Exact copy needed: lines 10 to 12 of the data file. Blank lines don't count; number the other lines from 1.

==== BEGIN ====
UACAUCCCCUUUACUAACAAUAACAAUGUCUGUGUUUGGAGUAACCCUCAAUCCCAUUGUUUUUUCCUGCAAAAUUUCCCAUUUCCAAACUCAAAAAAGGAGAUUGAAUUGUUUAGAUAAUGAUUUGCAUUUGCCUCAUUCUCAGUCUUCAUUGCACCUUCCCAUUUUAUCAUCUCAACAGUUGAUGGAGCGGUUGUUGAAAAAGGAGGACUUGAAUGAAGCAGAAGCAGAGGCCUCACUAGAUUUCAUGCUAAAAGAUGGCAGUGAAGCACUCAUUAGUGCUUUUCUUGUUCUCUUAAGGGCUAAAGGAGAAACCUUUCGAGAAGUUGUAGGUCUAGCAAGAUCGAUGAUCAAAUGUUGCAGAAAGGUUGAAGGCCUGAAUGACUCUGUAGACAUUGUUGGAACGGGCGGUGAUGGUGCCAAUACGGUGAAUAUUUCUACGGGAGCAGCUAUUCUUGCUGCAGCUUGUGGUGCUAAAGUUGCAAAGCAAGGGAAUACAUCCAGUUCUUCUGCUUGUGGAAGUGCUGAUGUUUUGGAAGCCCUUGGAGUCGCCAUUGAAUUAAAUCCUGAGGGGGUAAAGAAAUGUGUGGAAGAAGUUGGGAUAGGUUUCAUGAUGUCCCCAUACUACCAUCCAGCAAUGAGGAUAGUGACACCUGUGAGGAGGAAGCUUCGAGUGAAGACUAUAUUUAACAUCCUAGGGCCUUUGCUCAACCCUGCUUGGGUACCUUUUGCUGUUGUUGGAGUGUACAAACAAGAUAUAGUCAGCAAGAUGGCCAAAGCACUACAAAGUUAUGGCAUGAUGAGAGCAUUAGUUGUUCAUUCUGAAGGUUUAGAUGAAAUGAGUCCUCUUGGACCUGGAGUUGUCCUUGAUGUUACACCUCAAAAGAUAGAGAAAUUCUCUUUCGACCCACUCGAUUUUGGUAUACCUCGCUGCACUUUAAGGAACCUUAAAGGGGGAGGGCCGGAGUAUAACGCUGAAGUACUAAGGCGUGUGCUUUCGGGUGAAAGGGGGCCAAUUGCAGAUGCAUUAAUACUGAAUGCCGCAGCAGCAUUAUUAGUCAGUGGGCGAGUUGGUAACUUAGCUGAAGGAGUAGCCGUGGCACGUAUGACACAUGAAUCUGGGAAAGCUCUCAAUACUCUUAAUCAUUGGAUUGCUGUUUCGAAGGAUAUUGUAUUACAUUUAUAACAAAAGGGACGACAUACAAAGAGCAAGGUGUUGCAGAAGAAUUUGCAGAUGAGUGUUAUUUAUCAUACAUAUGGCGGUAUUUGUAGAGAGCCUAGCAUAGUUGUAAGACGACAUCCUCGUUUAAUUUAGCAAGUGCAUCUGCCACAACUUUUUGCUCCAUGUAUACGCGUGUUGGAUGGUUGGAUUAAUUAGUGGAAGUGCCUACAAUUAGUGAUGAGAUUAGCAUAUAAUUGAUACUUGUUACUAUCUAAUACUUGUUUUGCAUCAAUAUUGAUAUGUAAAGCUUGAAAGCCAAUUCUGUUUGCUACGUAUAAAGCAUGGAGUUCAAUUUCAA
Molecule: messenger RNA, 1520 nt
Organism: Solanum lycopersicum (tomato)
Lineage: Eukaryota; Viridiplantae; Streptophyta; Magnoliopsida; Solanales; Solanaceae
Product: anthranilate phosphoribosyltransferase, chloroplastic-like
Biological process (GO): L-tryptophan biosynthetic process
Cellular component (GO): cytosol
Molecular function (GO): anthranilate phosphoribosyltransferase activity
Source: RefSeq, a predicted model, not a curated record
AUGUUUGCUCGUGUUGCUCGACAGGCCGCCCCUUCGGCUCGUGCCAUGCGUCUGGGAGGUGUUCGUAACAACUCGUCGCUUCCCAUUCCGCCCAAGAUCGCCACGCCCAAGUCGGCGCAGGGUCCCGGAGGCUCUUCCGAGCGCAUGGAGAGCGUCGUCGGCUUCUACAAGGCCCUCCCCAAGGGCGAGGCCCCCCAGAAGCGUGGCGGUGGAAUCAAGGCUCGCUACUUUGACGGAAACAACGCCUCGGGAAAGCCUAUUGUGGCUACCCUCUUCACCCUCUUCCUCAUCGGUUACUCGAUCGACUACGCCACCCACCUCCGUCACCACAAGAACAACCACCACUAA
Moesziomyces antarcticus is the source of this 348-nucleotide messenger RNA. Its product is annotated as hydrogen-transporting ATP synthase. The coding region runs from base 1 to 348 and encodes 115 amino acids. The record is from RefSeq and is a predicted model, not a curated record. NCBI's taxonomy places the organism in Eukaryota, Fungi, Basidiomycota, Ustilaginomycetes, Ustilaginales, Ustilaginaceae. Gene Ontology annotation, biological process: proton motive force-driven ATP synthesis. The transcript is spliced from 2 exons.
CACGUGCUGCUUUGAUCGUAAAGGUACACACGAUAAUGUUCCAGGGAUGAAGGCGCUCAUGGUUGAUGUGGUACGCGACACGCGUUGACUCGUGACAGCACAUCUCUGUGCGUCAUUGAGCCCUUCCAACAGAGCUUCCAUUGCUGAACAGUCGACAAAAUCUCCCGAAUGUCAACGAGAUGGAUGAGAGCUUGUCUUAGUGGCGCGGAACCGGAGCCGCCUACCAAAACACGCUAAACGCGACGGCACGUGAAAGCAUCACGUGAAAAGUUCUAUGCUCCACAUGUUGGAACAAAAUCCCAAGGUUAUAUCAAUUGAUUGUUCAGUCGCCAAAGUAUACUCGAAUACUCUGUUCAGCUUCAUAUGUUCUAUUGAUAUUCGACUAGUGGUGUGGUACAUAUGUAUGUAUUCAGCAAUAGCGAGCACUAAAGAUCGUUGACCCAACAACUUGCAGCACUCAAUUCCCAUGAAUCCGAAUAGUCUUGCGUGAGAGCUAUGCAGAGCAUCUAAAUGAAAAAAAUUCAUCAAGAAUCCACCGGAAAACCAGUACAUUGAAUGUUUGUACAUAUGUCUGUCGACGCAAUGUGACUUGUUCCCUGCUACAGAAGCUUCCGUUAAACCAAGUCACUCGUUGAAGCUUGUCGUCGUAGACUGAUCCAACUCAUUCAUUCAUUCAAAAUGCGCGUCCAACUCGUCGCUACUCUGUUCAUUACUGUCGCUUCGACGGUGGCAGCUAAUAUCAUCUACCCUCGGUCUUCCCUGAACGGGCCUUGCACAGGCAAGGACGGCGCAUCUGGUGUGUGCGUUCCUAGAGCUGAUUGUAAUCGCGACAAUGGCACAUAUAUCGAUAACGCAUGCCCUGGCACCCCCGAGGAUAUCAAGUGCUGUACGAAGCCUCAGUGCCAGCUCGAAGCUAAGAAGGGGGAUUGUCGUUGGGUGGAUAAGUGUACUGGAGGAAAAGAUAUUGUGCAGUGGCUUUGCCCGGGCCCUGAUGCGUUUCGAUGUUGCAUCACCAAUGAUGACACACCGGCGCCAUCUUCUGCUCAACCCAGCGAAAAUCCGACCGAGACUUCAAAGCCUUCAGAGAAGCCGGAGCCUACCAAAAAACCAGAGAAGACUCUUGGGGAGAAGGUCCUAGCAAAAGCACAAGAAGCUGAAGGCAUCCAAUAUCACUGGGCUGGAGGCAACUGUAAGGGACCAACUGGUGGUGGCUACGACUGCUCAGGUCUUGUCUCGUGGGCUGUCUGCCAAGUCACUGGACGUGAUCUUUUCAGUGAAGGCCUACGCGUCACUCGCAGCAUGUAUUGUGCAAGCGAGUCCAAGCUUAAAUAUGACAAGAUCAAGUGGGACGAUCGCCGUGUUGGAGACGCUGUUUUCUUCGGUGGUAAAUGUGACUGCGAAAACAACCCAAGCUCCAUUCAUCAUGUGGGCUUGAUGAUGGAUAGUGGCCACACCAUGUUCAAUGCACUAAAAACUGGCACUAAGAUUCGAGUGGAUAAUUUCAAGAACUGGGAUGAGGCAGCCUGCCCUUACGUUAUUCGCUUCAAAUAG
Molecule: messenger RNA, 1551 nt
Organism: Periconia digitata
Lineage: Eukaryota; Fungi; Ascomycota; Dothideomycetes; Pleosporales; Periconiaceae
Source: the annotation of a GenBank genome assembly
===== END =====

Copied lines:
AUGUUUGCUCGUGUUGCUCGACAGGCCGCCCCUUCGGCUCGUGCCAUGCGUCUGGGAGGUGUUCGUAACAACUCGUCGCUUCCCAUUCCGCCCAAGAUCGCCACGCCCAAGUCGGCGCAGGGUCCCGGAGGCUCUUCCGAGCGCAUGGAGAGCGUCGUCGGCUUCUACAAGGCCCUCCCCAAGGGCGAGGCCCCCCAGAAGCGUGGCGGUGGAAUCAAGGCUCGCUACUUUGACGGAAACAACGCCUCGGGAAAGCCUAUUGUGGCUACCCUCUUCACCCUCUUCCUCAUCGGUUACUCGAUCGACUACGCCACCCACCUCCGUCACCACAAGAACAACCACCACUAA
Moesziomyces antarcticus is the source of this 348-nucleotide messenger RNA. Its product is annotated as hydrogen-transporting ATP synthase. The coding region runs from base 1 to 348 and encodes 115 amino acids. The record is from RefSeq and is a predicted model, not a curated record. NCBI's taxonomy places the organism in Eukaryota, Fungi, Basidiomycota, Ustilaginomycetes, Ustilaginales, Ustilaginaceae. Gene Ontology annotation, biological process: proton motive force-driven ATP synthesis. The transcript is spliced from 2 exons.
CACGUGCUGCUUUGAUCGUAAAGGUACACACGAUAAUGUUCCAGGGAUGAAGGCGCUCAUGGUUGAUGUGGUACGCGACACGCGUUGACUCGUGACAGCACAUCUCUGUGCGUCAUUGAGCCCUUCCAACAGAGCUUCCAUUGCUGAACAGUCGACAAAAUCUCCCGAAUGUCAACGAGAUGGAUGAGAGCUUGUCUUAGUGGCGCGGAACCGGAGCCGCCUACCAAAACACGCUAAACGCGACGGCACGUGAAAGCAUCACGUGAAAAGUUCUAUGCUCCACAUGUUGGAACAAAAUCCCAAGGUUAUAUCAAUUGAUUGUUCAGUCGCCAAAGUAUACUCGAAUACUCUGUUCAGCUUCAUAUGUUCUAUUGAUAUUCGACUAGUGGUGUGGUACAUAUGUAUGUAUUCAGCAAUAGCGAGCACUAAAGAUCGUUGACCCAACAACUUGCAGCACUCAAUUCCCAUGAAUCCGAAUAGUCUUGCGUGAGAGCUAUGCAGAGCAUCUAAAUGAAAAAAAUUCAUCAAGAAUCCACCGGAAAACCAGUACAUUGAAUGUUUGUACAUAUGUCUGUCGACGCAAUGUGACUUGUUCCCUGCUACAGAAGCUUCCGUUAAACCAAGUCACUCGUUGAAGCUUGUCGUCGUAGACUGAUCCAACUCAUUCAUUCAUUCAAAAUGCGCGUCCAACUCGUCGCUACUCUGUUCAUUACUGUCGCUUCGACGGUGGCAGCUAAUAUCAUCUACCCUCGGUCUUCCCUGAACGGGCCUUGCACAGGCAAGGACGGCGCAUCUGGUGUGUGCGUUCCUAGAGCUGAUUGUAAUCGCGACAAUGGCACAUAUAUCGAUAACGCAUGCCCUGGCACCCCCGAGGAUAUCAAGUGCUGUACGAAGCCUCAGUGCCAGCUCGAAGCUAAGAAGGGGGAUUGUCGUUGGGUGGAUAAGUGUACUGGAGGAAAAGAUAUUGUGCAGUGGCUUUGCCCGGGCCCUGAUGCGUUUCGAUGUUGCAUCACCAAUGAUGACACACCGGCGCCAUCUUCUGCUCAACCCAGCGAAAAUCCGACCGAGACUUCAAAGCCUUCAGAGAAGCCGGAGCCUACCAAAAAACCAGAGAAGACUCUUGGGGAGAAGGUCCUAGCAAAAGCACAAGAAGCUGAAGGCAUCCAAUAUCACUGGGCUGGAGGCAACUGUAAGGGACCAACUGGUGGUGGCUACGACUGCUCAGGUCUUGUCUCGUGGGCUGUCUGCCAAGUCACUGGACGUGAUCUUUUCAGUGAAGGCCUACGCGUCACUCGCAGCAUGUAUUGUGCAAGCGAGUCCAAGCUUAAAUAUGACAAGAUCAAGUGGGACGAUCGCCGUGUUGGAGACGCUGUUUUCUUCGGUGGUAAAUGUGACUGCGAAAACAACCCAAGCUCCAUUCAUCAUGUGGGCUUGAUGAUGGAUAGUGGCCACACCAUGUUCAAUGCACUAAAAACUGGCACUAAGAUUCGAGUGGAUAAUUUCAAGAACUGGGAUGAGGCAGCCUGCCCUUACGUUAUUCGCUUCAAAUAG